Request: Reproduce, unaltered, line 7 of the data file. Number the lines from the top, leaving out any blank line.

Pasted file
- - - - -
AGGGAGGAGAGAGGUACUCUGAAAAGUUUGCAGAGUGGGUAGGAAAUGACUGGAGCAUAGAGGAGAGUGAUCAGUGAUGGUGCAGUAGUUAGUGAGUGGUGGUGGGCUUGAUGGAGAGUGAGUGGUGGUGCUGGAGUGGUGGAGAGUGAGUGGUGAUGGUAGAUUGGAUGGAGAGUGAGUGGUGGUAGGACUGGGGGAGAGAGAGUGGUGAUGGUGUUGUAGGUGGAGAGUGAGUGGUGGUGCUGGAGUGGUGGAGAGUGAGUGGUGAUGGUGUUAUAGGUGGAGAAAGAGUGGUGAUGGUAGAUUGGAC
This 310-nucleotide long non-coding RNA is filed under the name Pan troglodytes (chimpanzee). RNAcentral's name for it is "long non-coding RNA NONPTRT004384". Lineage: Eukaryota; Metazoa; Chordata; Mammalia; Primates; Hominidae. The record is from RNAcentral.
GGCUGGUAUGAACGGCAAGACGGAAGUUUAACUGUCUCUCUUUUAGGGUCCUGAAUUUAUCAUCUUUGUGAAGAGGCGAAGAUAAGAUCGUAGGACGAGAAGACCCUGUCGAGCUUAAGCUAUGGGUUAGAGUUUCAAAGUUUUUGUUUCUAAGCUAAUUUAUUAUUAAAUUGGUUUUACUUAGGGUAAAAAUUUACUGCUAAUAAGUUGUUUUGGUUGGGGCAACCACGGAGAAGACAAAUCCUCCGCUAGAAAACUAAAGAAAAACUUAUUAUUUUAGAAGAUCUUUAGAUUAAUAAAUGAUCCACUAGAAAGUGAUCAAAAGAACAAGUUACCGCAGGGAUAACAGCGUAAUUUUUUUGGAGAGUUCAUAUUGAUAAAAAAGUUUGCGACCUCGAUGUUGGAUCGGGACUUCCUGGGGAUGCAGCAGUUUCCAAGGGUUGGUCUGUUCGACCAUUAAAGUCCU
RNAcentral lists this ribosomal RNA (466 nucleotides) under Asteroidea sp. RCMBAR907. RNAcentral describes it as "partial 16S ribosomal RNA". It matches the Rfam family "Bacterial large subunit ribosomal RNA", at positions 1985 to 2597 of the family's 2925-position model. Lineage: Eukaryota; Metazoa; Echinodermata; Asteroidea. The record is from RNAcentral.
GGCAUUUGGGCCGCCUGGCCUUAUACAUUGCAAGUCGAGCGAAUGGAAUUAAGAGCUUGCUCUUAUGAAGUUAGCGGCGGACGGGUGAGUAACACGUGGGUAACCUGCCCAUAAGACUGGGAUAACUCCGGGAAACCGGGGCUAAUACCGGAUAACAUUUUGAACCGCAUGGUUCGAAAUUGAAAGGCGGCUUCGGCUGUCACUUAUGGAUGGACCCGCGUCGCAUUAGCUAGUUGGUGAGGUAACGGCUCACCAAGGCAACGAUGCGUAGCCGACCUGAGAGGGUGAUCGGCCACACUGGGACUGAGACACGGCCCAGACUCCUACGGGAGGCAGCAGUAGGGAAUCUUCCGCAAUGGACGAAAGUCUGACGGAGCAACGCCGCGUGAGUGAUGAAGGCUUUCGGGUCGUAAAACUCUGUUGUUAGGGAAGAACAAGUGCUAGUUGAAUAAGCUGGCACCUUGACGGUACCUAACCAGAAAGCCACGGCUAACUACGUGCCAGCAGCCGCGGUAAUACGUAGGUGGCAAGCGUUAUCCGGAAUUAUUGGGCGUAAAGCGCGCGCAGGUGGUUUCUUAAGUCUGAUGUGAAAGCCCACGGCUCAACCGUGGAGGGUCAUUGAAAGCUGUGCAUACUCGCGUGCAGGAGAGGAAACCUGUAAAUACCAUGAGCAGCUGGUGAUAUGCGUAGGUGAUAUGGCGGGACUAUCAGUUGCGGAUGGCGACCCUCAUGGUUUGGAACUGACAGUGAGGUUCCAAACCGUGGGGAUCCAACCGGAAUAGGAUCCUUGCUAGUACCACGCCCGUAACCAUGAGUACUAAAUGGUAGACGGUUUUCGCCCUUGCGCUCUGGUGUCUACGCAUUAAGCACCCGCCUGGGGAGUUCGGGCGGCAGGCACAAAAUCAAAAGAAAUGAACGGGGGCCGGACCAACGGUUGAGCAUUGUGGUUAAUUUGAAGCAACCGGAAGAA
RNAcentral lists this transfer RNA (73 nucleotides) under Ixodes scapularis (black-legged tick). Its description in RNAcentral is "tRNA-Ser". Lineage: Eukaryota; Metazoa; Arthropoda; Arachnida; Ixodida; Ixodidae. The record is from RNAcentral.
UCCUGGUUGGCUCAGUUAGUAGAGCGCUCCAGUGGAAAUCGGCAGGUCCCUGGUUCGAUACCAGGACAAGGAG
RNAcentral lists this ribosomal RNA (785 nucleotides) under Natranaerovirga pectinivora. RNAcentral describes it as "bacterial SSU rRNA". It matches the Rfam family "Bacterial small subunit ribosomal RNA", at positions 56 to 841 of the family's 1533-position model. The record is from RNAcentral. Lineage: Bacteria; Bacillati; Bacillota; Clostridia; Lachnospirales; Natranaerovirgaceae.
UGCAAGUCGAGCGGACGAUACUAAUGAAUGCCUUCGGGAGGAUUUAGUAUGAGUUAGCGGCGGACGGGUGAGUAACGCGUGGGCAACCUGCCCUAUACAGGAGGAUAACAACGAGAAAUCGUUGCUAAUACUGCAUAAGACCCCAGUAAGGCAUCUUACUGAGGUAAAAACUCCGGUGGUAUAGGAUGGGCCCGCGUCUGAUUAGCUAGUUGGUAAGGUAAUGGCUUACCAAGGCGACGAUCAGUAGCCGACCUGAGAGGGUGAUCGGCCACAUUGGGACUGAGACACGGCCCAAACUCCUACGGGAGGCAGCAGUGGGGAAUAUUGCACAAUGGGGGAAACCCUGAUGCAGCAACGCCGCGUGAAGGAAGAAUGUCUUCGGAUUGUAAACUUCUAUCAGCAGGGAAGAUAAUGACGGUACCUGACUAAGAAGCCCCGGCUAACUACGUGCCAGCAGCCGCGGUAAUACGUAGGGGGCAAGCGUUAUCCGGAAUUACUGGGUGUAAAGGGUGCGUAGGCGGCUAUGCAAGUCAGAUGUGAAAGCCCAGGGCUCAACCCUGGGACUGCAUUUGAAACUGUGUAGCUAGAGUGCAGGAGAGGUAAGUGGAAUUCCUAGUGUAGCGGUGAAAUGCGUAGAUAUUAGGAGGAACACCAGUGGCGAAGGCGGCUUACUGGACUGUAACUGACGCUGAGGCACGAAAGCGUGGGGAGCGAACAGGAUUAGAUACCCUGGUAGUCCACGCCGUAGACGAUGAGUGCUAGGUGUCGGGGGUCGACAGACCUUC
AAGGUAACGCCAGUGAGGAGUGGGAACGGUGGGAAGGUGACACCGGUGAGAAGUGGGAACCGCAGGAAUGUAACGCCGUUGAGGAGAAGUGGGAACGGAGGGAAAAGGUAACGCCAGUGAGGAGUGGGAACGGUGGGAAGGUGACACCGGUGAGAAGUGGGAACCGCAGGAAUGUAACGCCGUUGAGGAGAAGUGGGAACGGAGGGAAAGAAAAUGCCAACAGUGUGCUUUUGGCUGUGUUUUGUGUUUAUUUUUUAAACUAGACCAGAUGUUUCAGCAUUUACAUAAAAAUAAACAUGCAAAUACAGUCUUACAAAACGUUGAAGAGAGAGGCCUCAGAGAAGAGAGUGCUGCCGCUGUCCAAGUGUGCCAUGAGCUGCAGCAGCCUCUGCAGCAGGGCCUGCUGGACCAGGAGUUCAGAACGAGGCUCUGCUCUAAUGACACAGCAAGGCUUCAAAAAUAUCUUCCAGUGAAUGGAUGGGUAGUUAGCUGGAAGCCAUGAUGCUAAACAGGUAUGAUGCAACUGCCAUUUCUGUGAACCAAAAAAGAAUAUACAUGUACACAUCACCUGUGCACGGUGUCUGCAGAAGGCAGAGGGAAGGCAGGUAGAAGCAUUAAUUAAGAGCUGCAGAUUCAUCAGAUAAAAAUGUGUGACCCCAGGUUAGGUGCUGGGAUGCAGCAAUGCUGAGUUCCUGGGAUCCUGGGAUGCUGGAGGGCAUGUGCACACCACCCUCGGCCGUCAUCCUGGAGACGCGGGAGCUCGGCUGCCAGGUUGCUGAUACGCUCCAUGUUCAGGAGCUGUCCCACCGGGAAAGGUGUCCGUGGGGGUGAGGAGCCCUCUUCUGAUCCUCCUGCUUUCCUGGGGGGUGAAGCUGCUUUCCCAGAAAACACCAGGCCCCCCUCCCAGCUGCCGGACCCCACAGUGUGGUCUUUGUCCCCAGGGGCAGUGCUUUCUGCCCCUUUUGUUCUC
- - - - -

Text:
UCCUGGUUGGCUCAGUUAGUAGAGCGCUCCAGUGGAAAUCGGCAGGUCCCUGGUUCGAUACCAGGACAAGGAG